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Women's weekly is fast becoming a magazine I look forward to reading. I have never bought it as such, since I think it is aimed at women older than me, however, my mother in law buys this magazine weekly and then passes it on to me to read, and then I in turn pass it on to my own mother. At 82p for the magazine however, I think it is a very reasonable and fair price in comparison to some of the magazine prices on the shelves today.
One of the things that immediately catches your attention on the front cover is just how much it caters for the likes and interests of different women. On a recent issue that has been passed on to me, there is a picture of Eamonn Holmes and his partner Ruth who give an internview inside, there is diet advice for Christmas, household ideas and styles, fashion trends and even some recipes.
On the first page of the magazine there is always a welcome page listing the contents of the magazine, and it is clear from this too, that there is a little something for everyone.
After that there is a double page spread that appears in evry magazine and I love to look at the section 'visit my favourite place' as it sometimes gives you an idea for future holiday plans. There is also a little corner devoted to ways to save pounds, some ideas are more useful than other's, and there is usually a section 'A cup of tea with...' which involves a brief interview with a celebrity. On this double page, there is also a 'buy of the week' which again can help spark an idea for a gift.
After this double spread, there is a page devoted to reader's letters and thoughts, as well as 'What you're wearing' where the magazine takes a picture of women on the street and asks them about their style and look. I always find this quite interesting, and it is amazing to find out that some of the women pictured are a lot older than they look.
There is then usually the main interview with the cover star, followed by a guest columnist who shares their thoughts and feelings about whatever they like really.
After this there is a section of fashion, showing you some of the season's trends from the high street most at least are at reasonable and affordable prices.
A double page spread is also devoted to a real life story, and there is also a consumer page.
One of the pages that I always find of use if the good health section that has a question and answer section and will focus in on a health related topic eg smear tests, with advice and guidance from a doctor. This is followed by a diet/healthy eating page, and then a 'well being page.
Throughout the magazine, there are short fiction stories dotted around. I have to say that I tend to skip over these, however, my mother in law loves them, and they are a big part of why she buys this magazine. So again, there is something for everyone.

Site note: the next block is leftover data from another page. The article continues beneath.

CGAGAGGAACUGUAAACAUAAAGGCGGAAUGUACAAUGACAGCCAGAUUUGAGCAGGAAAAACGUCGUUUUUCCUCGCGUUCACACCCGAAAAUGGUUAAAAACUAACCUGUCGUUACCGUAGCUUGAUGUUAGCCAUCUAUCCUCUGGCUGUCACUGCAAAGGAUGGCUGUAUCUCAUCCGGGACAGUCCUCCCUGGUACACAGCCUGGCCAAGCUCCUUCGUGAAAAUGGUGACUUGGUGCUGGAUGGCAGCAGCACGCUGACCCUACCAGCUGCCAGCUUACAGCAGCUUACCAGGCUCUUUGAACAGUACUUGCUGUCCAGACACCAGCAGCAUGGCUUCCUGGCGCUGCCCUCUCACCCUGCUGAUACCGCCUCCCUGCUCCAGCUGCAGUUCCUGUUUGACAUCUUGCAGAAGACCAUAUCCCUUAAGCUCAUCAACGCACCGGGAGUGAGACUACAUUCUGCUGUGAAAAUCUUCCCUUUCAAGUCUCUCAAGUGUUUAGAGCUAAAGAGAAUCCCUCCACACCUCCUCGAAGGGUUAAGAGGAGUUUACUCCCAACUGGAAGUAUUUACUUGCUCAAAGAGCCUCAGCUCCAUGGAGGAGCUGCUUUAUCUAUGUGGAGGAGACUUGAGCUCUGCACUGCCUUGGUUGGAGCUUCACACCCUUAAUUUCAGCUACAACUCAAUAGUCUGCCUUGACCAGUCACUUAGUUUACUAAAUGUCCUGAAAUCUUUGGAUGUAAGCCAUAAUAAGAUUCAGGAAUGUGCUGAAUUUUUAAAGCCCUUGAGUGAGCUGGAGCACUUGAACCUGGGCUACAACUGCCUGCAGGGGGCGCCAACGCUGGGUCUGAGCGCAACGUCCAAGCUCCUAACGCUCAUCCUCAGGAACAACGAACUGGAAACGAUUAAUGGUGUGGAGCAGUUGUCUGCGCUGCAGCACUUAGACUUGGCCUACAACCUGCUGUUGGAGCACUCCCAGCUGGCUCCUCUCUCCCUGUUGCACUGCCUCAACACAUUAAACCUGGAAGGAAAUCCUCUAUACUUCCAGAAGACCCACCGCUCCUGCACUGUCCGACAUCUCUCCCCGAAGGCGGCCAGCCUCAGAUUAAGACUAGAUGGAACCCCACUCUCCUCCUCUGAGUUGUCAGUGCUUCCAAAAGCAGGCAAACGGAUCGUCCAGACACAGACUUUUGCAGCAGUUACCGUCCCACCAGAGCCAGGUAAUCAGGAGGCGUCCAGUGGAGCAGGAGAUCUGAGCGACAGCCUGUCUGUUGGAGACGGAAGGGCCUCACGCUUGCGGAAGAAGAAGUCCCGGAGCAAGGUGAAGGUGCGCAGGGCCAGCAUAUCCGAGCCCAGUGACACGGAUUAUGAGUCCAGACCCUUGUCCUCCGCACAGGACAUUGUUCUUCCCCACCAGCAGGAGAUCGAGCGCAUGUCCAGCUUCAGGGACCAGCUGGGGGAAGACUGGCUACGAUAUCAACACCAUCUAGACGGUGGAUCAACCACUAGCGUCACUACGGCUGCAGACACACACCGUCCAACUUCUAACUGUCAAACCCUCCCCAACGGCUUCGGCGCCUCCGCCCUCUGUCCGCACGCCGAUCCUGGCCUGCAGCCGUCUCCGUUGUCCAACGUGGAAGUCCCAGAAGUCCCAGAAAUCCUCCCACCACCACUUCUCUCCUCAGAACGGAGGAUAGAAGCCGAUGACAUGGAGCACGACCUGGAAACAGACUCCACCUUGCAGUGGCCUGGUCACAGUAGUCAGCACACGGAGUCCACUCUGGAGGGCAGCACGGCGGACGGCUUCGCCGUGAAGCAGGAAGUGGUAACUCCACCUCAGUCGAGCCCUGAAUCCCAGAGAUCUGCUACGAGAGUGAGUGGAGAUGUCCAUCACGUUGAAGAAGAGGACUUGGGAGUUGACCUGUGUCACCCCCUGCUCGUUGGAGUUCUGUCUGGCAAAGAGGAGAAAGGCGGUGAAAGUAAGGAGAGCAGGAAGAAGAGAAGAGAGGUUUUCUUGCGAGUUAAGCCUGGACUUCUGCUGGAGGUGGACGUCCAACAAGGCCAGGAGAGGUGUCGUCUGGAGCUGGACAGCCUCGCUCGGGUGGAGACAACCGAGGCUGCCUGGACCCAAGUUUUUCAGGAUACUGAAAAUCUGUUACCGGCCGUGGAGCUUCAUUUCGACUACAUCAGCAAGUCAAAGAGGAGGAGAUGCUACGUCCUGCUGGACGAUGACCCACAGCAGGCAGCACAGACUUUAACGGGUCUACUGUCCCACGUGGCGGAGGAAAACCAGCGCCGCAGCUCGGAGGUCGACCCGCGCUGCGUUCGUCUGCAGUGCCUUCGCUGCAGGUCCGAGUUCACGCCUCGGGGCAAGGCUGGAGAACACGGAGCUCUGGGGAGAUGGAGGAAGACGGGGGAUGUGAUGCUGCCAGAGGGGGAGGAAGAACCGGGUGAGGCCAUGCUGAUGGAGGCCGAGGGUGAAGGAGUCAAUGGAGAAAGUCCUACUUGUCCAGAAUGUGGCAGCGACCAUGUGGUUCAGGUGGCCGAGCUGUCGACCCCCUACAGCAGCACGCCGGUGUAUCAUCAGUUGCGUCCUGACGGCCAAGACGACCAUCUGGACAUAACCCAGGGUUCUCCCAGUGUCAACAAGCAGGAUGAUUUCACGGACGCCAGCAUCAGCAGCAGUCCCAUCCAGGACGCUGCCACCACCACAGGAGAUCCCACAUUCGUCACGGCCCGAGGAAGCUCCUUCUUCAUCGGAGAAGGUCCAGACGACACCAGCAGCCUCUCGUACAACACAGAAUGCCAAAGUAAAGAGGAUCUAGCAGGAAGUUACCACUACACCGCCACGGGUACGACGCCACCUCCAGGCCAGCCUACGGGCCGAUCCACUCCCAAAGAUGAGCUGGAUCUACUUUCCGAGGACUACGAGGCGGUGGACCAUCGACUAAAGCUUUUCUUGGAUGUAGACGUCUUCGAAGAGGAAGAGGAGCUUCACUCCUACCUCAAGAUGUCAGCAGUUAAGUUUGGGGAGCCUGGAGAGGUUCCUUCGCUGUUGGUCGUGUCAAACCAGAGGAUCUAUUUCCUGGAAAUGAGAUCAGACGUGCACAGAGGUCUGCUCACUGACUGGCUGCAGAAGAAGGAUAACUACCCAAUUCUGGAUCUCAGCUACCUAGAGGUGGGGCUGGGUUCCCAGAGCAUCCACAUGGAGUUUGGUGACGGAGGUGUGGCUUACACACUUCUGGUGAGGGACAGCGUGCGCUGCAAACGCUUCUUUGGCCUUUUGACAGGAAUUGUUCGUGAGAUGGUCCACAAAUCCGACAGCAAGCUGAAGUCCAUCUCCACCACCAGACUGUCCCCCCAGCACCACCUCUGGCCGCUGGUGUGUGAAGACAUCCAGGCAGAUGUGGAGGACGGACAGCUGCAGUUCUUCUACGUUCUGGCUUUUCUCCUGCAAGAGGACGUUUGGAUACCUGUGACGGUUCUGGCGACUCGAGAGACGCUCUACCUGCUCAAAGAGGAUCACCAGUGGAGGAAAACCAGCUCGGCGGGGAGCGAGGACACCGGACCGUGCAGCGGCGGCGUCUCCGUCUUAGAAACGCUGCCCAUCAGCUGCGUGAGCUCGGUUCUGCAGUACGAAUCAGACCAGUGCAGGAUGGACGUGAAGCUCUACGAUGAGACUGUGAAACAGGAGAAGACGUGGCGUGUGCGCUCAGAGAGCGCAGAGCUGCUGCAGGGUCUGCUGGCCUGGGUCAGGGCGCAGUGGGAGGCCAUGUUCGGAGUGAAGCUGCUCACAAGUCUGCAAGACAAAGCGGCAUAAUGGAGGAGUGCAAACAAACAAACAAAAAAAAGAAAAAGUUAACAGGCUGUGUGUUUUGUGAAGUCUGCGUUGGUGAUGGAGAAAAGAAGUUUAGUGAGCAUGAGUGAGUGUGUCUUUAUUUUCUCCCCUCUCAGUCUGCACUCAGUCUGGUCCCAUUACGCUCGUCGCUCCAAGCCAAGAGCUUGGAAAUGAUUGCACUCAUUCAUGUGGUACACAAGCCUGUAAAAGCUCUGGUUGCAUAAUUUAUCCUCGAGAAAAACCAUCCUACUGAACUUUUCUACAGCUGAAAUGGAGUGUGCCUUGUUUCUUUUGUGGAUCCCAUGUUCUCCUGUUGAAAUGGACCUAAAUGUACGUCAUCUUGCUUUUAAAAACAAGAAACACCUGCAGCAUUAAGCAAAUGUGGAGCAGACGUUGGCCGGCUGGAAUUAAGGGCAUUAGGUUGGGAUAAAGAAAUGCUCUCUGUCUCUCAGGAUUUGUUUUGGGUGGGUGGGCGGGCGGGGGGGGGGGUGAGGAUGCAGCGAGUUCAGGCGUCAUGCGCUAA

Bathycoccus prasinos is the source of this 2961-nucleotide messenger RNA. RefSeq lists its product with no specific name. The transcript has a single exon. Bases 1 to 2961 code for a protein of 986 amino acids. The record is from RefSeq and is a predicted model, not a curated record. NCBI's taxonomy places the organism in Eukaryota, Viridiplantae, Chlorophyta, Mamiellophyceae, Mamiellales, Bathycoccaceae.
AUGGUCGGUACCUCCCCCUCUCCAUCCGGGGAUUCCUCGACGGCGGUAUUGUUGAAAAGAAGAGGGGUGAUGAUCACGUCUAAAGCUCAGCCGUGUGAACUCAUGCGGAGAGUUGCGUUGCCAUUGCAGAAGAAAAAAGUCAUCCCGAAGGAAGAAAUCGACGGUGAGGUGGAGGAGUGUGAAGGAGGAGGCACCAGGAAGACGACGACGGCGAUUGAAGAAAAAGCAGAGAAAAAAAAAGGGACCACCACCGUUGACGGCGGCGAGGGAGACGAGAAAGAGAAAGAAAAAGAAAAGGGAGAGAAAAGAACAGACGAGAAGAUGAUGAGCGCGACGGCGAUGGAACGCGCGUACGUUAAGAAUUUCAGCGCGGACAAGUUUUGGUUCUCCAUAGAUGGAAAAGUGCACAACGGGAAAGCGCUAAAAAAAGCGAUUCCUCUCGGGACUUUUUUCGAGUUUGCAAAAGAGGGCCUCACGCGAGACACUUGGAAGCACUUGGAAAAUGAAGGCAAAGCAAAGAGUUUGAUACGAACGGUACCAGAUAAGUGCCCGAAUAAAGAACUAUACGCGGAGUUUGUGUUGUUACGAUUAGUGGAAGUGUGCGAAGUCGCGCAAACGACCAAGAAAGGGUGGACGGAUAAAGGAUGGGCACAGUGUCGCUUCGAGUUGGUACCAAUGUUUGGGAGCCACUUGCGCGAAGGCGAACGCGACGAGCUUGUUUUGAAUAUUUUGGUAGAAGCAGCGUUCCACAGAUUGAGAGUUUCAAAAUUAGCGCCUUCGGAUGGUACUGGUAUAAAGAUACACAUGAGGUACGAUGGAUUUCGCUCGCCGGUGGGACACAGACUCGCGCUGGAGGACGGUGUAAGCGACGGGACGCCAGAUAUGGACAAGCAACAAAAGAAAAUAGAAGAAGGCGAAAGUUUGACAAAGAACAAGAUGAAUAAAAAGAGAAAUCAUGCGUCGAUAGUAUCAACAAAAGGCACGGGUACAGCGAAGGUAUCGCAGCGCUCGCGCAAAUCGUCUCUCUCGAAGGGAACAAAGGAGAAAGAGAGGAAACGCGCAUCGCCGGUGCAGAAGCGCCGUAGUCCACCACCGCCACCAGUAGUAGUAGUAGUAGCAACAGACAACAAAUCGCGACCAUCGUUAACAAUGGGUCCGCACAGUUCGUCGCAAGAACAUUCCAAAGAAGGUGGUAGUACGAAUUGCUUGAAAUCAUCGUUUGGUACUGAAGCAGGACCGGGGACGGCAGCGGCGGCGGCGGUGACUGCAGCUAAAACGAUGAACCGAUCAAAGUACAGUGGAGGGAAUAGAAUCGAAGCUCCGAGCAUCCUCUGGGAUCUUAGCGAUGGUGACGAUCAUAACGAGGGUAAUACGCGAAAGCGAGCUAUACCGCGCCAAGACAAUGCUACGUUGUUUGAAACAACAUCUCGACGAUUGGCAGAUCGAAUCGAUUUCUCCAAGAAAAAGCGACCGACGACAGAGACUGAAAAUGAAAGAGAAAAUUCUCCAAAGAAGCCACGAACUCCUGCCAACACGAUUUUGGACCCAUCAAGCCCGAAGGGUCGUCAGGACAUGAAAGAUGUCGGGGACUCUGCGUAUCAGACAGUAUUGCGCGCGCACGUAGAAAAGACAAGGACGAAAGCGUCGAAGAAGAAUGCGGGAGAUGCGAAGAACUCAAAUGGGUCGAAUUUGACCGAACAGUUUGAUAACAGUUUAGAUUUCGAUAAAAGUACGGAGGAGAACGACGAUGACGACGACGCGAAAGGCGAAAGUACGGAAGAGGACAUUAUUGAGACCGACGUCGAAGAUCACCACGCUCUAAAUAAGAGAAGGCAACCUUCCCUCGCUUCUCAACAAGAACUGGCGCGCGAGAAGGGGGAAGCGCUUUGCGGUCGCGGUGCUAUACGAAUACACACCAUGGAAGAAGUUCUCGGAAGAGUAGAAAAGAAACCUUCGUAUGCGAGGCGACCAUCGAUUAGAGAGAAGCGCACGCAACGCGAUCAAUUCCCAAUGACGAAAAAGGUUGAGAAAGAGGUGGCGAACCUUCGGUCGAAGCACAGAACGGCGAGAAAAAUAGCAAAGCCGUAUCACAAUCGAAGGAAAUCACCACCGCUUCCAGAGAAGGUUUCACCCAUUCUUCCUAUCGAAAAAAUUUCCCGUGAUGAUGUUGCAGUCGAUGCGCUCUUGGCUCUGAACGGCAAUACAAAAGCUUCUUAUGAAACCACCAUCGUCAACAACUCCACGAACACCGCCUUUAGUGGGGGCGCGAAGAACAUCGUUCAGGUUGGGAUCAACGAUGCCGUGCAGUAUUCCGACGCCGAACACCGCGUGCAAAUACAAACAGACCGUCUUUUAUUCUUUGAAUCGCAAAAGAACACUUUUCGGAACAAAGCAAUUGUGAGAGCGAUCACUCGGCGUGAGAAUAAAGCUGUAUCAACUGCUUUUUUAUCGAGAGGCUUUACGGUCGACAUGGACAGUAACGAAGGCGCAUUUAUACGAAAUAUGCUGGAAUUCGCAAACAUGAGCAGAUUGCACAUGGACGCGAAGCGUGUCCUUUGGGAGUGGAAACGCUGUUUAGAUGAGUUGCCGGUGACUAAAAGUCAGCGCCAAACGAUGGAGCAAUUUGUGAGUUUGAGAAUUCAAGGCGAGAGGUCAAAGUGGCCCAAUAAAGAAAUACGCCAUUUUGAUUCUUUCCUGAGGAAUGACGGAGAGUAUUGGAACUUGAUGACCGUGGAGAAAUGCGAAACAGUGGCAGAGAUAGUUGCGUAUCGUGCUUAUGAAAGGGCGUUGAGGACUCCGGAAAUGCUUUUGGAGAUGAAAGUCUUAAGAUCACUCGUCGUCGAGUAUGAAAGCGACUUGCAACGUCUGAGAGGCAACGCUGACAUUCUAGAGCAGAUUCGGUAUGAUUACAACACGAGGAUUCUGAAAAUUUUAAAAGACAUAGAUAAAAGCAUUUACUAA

Cookery Editor Sue McMahon provides a recipe section each week, with some great ideas. I have tried some of the recipes before, and they have worked a treat.
Near the end of the magazine, there is a garden section, and this is the only part of the magazine that my husband will ask me to leave out for him. I, on the other hand, am not much interested in gardening, so this doesn't appeal, but it will to others.
For those women who are creative and like to knit, there is usually a pattern included in the magazine, to make a particular item.
Finally, there is also a short section on a particular Travel destination, as well as an agony aunt page, finishing with a puzzle section .
All in all, I really do feel that this magazine offers everyone something. No, it is not the type of magazine at my age I would go out and buy, but I do enjoy reading those that are passed on to me by my mother in law. At 82p I think this is a great read for women, especially for older women, as there is so much covered, and it caters for the interests of my older women, as well as some younger women. The articles are always interesting and I feel that it is a well produced magazine that I can see myself buying in 20 odd years time.
Having read Woman's Weekly for over 20 years I feel I have a sound knowledge of its contents. It is a very well balanced magazine with a good variety of articles. It is topical as well as having articles that celebrate our culture and heritage. It does not concentrate on sensational features about celebrities but writes about ordinary people and their wonderful achievements. You can rely on Woman's Weekly for up to date information on family health matters. The cookery articles are not too adventurous for the inexperienced cook. The fashion pages show affordable clothes for every taste.
Woman's weekly is famous for its knitting and craft patterns. The knitting patterns are graded so that readers can easily select the pattern to match their ability. The craft pages are ingenious with an emphasis on budget saving ideas. There is also encouragement to fundraise for different charities of your own choice, which makes the reader think about people beyond their family circle.
Woman's weekly is also famous for its wide selection of stories from all walks of life. It introduces the reader to new authors are genre. A new idea is that the reader is encouraged to comment on the stories. It is interesting to read other people's points of view.